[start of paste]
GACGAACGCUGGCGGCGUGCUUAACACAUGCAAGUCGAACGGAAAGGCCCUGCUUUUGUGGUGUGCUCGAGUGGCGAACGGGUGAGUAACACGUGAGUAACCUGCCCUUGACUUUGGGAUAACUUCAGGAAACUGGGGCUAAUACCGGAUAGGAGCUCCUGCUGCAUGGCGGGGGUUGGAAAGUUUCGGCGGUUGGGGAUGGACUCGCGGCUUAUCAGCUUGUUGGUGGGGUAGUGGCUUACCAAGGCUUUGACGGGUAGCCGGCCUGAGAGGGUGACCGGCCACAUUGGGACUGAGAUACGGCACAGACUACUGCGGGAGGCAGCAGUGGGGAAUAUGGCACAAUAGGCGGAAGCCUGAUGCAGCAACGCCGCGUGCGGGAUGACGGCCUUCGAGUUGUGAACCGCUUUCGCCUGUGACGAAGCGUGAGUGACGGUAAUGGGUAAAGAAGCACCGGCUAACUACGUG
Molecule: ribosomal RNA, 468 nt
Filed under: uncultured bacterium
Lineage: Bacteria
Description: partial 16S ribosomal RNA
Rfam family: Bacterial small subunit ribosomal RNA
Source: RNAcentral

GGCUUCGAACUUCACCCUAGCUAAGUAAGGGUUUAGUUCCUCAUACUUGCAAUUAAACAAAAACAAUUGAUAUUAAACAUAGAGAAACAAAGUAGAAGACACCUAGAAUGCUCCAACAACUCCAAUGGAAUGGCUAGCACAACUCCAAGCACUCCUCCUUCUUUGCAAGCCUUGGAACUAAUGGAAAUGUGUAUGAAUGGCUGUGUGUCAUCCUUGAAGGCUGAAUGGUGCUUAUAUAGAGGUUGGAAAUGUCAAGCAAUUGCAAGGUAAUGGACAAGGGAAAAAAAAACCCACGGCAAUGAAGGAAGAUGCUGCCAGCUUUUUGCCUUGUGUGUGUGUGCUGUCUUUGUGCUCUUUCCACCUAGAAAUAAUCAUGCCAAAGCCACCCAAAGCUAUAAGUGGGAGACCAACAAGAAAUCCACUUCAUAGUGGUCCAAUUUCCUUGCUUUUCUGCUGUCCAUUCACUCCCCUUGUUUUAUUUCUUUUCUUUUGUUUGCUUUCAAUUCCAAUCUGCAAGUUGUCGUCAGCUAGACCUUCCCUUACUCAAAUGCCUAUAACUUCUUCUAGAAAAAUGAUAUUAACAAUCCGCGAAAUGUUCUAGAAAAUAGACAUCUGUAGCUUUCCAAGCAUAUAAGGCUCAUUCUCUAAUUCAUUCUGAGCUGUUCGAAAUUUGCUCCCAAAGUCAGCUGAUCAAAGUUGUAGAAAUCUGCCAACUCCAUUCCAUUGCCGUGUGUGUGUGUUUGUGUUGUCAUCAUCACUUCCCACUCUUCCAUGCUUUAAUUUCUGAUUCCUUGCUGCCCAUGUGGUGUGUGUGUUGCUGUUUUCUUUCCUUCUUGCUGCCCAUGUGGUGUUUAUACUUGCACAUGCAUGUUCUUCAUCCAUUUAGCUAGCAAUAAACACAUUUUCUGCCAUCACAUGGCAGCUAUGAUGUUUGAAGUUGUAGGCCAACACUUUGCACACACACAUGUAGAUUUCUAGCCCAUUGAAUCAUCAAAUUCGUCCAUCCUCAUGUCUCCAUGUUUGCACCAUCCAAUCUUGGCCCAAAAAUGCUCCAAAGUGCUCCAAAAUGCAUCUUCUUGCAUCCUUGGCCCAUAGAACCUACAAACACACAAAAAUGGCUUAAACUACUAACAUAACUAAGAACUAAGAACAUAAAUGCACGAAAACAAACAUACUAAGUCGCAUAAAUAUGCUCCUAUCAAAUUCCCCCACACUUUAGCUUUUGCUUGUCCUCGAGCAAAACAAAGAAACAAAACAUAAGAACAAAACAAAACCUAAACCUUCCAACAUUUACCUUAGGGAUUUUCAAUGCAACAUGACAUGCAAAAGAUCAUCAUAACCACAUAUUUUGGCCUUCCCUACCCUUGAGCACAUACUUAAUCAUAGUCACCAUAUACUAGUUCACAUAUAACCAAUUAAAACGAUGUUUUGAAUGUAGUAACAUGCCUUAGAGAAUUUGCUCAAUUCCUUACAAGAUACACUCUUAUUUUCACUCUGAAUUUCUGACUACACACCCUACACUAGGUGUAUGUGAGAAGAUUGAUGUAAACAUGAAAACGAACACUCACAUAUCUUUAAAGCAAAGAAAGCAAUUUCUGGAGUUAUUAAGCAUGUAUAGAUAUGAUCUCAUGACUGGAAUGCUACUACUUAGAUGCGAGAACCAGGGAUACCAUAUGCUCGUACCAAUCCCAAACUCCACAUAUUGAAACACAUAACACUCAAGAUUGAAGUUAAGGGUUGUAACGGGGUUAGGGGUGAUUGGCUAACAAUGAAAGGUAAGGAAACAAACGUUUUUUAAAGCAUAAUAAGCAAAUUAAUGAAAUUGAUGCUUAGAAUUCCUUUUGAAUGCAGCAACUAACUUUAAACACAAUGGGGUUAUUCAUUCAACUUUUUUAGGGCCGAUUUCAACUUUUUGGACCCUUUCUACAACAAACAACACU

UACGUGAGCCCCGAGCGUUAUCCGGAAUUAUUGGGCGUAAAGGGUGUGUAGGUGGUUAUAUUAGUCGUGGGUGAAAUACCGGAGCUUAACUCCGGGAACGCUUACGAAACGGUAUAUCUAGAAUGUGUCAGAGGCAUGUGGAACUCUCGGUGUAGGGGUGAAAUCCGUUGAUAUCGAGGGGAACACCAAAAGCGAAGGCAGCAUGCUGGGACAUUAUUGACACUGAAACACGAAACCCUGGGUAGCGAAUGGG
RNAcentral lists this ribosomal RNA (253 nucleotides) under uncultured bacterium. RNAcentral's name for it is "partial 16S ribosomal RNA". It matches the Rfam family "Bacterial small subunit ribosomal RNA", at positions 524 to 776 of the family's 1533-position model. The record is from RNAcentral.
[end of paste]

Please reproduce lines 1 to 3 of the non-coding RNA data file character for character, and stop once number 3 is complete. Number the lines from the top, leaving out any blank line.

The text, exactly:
GACGAACGCUGGCGGCGUGCUUAACACAUGCAAGUCGAACGGAAAGGCCCUGCUUUUGUGGUGUGCUCGAGUGGCGAACGGGUGAGUAACACGUGAGUAACCUGCCCUUGACUUUGGGAUAACUUCAGGAAACUGGGGCUAAUACCGGAUAGGAGCUCCUGCUGCAUGGCGGGGGUUGGAAAGUUUCGGCGGUUGGGGAUGGACUCGCGGCUUAUCAGCUUGUUGGUGGGGUAGUGGCUUACCAAGGCUUUGACGGGUAGCCGGCCUGAGAGGGUGACCGGCCACAUUGGGACUGAGAUACGGCACAGACUACUGCGGGAGGCAGCAGUGGGGAAUAUGGCACAAUAGGCGGAAGCCUGAUGCAGCAACGCCGCGUGCGGGAUGACGGCCUUCGAGUUGUGAACCGCUUUCGCCUGUGACGAAGCGUGAGUGACGGUAAUGGGUAAAGAAGCACCGGCUAACUACGUG
Molecule: ribosomal RNA, 468 nt
Filed under: uncultured bacterium